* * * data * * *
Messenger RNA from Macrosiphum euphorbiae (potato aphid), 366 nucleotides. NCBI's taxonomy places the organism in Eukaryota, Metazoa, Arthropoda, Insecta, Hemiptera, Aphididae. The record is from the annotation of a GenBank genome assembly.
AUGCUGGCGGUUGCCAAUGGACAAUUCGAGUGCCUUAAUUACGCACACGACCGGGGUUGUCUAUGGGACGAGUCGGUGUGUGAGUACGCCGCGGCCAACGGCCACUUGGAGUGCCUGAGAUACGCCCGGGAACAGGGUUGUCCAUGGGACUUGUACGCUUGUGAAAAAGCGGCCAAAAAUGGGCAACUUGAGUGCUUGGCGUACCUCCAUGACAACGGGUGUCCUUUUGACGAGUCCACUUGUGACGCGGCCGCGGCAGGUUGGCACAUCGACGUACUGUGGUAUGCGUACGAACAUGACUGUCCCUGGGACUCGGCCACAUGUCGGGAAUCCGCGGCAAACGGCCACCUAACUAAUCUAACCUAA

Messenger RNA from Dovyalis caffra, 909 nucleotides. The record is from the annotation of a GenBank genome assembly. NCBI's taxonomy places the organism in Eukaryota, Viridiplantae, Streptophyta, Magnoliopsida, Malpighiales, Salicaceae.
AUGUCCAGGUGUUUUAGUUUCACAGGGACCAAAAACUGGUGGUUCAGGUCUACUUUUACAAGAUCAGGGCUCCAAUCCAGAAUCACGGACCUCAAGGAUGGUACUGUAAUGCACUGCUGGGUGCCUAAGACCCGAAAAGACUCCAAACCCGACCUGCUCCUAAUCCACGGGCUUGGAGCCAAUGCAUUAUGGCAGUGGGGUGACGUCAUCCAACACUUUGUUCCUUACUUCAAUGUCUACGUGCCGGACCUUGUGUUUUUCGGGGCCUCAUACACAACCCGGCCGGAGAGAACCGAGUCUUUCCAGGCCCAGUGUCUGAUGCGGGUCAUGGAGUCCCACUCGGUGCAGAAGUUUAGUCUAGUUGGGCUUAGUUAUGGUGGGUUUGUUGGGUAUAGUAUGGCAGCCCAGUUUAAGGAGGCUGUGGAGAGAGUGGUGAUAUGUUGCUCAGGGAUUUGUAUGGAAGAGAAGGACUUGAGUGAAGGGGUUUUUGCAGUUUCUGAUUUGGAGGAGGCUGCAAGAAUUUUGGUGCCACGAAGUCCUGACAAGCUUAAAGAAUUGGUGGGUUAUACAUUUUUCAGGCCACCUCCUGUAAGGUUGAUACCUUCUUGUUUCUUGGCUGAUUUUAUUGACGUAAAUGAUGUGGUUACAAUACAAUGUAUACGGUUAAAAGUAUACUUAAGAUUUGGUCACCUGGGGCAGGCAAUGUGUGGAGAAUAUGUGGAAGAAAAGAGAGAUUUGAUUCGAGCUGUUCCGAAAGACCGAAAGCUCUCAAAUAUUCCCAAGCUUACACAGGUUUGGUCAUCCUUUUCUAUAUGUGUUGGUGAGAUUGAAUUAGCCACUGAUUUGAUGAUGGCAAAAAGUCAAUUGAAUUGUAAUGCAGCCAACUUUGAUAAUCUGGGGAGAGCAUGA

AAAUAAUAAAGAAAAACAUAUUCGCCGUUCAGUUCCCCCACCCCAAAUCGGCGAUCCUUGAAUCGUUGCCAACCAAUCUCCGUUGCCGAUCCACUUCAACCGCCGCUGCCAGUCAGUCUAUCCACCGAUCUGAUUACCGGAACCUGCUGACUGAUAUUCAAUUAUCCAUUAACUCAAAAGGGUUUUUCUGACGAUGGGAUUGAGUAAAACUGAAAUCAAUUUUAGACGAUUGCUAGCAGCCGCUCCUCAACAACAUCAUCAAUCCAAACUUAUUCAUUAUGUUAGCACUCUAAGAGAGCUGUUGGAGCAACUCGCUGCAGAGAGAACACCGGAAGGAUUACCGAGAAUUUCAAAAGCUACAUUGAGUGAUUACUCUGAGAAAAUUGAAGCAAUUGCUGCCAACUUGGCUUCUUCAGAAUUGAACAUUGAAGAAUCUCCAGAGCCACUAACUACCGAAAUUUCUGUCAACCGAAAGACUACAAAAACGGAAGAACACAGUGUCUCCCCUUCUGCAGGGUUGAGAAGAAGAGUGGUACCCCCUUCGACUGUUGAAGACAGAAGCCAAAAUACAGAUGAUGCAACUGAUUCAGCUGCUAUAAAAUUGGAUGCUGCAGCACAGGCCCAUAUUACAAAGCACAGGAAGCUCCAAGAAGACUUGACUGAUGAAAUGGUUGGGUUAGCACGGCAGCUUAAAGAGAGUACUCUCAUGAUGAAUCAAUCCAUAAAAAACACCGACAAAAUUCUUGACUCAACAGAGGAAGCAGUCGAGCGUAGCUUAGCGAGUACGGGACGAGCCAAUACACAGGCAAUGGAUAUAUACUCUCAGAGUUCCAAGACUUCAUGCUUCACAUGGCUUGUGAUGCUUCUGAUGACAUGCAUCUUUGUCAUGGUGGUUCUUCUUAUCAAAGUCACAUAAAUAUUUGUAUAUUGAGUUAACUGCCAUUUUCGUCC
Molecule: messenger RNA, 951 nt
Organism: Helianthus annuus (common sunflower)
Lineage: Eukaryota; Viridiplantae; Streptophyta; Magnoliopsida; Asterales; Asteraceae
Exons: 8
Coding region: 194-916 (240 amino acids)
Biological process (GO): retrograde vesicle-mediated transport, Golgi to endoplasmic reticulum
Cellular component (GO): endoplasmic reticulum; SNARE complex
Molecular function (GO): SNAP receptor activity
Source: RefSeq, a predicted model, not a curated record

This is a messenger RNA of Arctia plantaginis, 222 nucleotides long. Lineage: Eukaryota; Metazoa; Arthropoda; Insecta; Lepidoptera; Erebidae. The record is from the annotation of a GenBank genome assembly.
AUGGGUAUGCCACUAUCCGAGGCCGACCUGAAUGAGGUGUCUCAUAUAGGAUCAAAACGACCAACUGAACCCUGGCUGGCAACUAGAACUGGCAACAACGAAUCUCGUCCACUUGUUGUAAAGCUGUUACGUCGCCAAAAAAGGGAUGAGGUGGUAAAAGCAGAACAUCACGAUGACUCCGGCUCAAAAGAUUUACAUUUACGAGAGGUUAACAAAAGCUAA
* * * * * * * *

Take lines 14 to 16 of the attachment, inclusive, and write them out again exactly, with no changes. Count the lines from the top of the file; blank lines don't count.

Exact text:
Source: RefSeq, a predicted model, not a curated record

This is a messenger RNA of Arctia plantaginis, 222 nucleotides long. Lineage: Eukaryota; Metazoa; Arthropoda; Insecta; Lepidoptera; Erebidae. The record is from the annotation of a GenBank genome assembly.
AUGGGUAUGCCACUAUCCGAGGCCGACCUGAAUGAGGUGUCUCAUAUAGGAUCAAAACGACCAACUGAACCCUGGCUGGCAACUAGAACUGGCAACAACGAAUCUCGUCCACUUGUUGUAAAGCUGUUACGUCGCCAAAAAAGGGAUGAGGUGGUAAAAGCAGAACAUCACGAUGACUCCGGCUCAAAAGAUUUACAUUUACGAGAGGUUAACAAAAGCUAA